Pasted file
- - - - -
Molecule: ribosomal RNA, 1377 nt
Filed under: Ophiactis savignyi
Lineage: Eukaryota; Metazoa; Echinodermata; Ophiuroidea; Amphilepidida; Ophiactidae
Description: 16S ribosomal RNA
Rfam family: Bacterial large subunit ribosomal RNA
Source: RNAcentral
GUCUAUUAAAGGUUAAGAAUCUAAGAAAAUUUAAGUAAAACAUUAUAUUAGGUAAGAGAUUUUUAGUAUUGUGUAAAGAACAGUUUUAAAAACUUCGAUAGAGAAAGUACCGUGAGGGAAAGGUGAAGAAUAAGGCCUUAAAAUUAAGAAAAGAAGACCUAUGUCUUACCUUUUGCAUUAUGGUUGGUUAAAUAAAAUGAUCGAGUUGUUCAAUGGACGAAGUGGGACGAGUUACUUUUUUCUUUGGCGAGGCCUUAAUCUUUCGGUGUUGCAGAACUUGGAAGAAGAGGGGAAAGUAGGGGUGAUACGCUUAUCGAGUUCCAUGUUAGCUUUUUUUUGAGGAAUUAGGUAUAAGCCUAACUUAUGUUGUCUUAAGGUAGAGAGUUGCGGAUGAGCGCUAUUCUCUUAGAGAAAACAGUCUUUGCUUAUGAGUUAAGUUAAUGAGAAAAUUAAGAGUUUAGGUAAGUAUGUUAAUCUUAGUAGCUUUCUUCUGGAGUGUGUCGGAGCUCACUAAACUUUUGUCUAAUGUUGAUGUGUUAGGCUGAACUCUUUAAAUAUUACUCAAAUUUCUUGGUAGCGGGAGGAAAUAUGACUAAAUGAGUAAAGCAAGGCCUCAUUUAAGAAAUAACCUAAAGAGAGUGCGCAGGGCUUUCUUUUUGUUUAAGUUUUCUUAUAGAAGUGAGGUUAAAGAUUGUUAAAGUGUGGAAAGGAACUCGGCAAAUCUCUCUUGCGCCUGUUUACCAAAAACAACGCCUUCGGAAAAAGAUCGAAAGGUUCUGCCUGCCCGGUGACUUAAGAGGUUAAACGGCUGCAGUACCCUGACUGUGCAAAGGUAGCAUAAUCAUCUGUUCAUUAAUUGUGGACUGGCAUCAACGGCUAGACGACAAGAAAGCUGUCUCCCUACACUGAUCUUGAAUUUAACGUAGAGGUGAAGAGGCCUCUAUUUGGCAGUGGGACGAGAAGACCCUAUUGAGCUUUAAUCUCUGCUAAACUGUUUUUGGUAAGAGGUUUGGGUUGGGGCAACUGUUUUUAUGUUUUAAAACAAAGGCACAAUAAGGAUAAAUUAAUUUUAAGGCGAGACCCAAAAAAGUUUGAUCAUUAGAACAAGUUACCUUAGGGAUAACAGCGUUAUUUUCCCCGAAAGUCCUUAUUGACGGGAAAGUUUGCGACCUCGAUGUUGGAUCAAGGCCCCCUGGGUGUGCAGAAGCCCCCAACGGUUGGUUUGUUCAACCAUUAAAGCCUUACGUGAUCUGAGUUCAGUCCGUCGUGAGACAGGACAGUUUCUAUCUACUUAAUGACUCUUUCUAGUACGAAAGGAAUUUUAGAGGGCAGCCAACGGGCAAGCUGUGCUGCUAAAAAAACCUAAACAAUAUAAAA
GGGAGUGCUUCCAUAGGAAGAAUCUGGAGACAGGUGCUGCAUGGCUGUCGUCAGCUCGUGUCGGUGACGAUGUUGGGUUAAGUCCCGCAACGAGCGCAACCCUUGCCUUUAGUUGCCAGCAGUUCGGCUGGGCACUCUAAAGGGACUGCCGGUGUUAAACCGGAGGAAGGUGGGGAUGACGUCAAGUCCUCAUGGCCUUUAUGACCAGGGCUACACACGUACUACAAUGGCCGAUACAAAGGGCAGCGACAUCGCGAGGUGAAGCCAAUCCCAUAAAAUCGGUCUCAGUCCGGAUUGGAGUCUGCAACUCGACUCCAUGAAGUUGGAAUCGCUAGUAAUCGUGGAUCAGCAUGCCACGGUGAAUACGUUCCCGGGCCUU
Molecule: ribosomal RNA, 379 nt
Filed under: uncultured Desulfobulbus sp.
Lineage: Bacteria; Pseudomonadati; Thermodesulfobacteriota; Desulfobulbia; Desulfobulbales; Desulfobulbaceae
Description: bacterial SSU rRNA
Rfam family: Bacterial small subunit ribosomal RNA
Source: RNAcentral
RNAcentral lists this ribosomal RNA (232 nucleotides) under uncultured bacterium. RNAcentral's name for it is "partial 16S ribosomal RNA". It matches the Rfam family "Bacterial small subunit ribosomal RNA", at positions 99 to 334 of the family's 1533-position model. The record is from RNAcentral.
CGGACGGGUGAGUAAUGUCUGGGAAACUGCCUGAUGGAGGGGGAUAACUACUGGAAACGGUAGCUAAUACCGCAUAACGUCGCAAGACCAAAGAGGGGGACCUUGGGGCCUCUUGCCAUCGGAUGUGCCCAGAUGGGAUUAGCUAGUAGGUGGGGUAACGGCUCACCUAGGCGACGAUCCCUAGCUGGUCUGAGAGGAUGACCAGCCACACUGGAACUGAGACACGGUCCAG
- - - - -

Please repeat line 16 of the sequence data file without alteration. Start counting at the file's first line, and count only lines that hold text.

CGGACGGGUGAGUAAUGUCUGGGAAACUGCCUGAUGGAGGGGGAUAACUACUGGAAACGGUAGCUAAUACCGCAUAACGUCGCAAGACCAAAGAGGGGGACCUUGGGGCCUCUUGCCAUCGGAUGUGCCCAGAUGGGAUUAGCUAGUAGGUGGGGUAACGGCUCACCUAGGCGACGAUCCCUAGCUGGUCUGAGAGGAUGACCAGCCACACUGGAACUGAGACACGGUCCAG